Favorite White Trash Moments #5

5. [Tie] OK, I couldn’t decide! Both involved fishing, my ex-wife’s job, and posh resorts. [I promise, numbers 4, 3, 2 and 1, in coming days, will be truly singular and more brief.]

    a. Place: Ritz Carlton Hotel, Naples, Florida. The ex was a reporter for Miami Today, Michael Lewis’ intelligent and no-nonsense business newspaper; and we had an all-expenses paid weekend there for her to cover Greater Miami Chamber of Commerce meetings with all sorts of South Florida power-brokers present. Not desiring to schmooze with those people at a dressed-up hors d’eouvres function the final evening, I slipped out to get some bait shrimp and squid, then drove a short way down to a favorite angling spot: the Marco Island bridge’s fishing catwalk. A couple of hours, one really soothing and beautiful sunset, and several saltwater catfish and seatrout later, I was ready to head back for bedtime. Too bad I had forgotten a wiping rag for bait handling, and used my shirt and pants instead. I didn’t look or smell good at all but didn’t notice at the time. I had just relished a fine evening of fishing, and had my catch on ice in a couple of buckets. My intention was to get fresh ice and the fish into a cooler in the room, hose off in the shiny shower and sleep the second of two nights in a beach-facing balcony room. It was living, and living well! This didn’t really register with me until later, but I noted in passing the bug-eyed looks on the faces of the bellhops when I pushed a borrowed shopping cart full of fish buckets, rods and reels, a tackle box and some old bait containers through the front entrance, past them, and to the lobby elevators, trailing what must have been a rather pungent aroma. Had I put myself in their shoes at the time, rising through my contented but tired oblivion, I might have ascertained the reason for their distressed expressions.

    b. Place: PGA National Resort, West Palm Beach. We stayed there another year’s weekend for the same type of Chamber of Commerce gathering — all food catered, the room and normal guest priveleges absolutely free. While my former significant-other attended some afternoon meetings, I went exploring. This place was amazing. They had an awesome spa and swimming pool, and a series of warm little outdoor pools filled with reconstituted mineral waters from famous places around the world. My favorite was the Dead Sea pool, bitter and smelly, but virtually impossible to sink into. One of those strangely common, forty-five-ish executive wives, among several I noticed to be in remarkably fit athletic shape but badly and prematurely wrinkled from too much youthful sun, was reclining at poolside. Under an umbrella, she nursed an icy beverage of many colors, face embedded in some engrossing book. I briefly noticed and felt sorry for her, then went back to the more concerning matter at hand: testing the water’s famous buoyancy. The pool was small and fairly shallow, but I figured the hypersaline conditions would keep me from hitting bottom if I flew in doing a cannon-ball jump. The test succeeded! Unfortunately, some of southern Israel landed in her drink, on her reading material and in her hair. Before I could apologize, she quietly beamed a burning glare at me, then quickly got up and walked away, nose and chin held firmly aloft. It was a scene of pompous astonishment that I would love to have the artistic talent to reproduce in a painting!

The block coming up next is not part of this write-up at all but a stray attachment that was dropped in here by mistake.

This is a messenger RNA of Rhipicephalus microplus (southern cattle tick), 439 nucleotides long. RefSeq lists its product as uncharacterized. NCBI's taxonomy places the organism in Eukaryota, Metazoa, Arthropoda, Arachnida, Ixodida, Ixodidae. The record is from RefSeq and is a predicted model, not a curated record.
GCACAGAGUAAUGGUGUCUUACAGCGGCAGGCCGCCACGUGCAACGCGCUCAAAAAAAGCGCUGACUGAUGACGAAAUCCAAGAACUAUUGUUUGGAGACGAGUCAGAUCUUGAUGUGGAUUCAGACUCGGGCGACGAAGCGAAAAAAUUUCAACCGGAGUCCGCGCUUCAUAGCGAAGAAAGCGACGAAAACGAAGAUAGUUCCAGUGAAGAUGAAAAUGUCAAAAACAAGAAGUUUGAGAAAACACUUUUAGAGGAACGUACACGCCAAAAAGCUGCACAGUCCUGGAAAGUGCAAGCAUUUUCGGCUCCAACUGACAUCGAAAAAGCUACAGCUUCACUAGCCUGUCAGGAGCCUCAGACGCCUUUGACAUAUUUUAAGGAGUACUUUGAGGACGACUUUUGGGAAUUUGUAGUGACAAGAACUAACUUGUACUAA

I might have gotten, but failed to notice, similar looks later that afternoon from all the folks arriving who saw me covered in weed debris as I fished for bass in the ponds that adjoined the entry drive. Fortunately, the gatekeeper, himself a fisherman, had already cleared me to do it. “You’re the first guest who’s ever asked to fish there, far as I know,” he told me, “Go for it! Good luck, man!” I actually caught (and released) several good size largemouth in a span of two or three hours.

The enjoyable irony from number five was that I actually met a small but very cool subset of down-to-earth people at those functions who (unlike me) just happened to have a lot of money, but (like me) didn’t care for all the fancy pomp. They helped to break down a strong stereotype I had of rich people as universally arrogant anuses. Instead, to a man, these guys were poor early in life and hadn’t forgotten from where they came or gotten too big for their britches. Except for the setting, you wouldn’t imagine them as the major movers and shakers they were in Miami commerce and finance. One of them at PGA, a youthful 35ish real estate magnate also wearing a casual shirt and jeans, noticed easily that I was not part of the prevailing crowd of big-talking, name-dropping braggarts. He began a great conversation about saltwater fishing, pro football and girls — real regular-guy stuff in South Florida. After we chatted a little, he shared his secret to success: Make lots of money, but don’t act like you are. It’s a wonderful philosophy, but the first part is a lot harder than the second. Then his gorgeous girlfriend came over for a brief introduction, thereby erasing all memory I had of his name. 🙂


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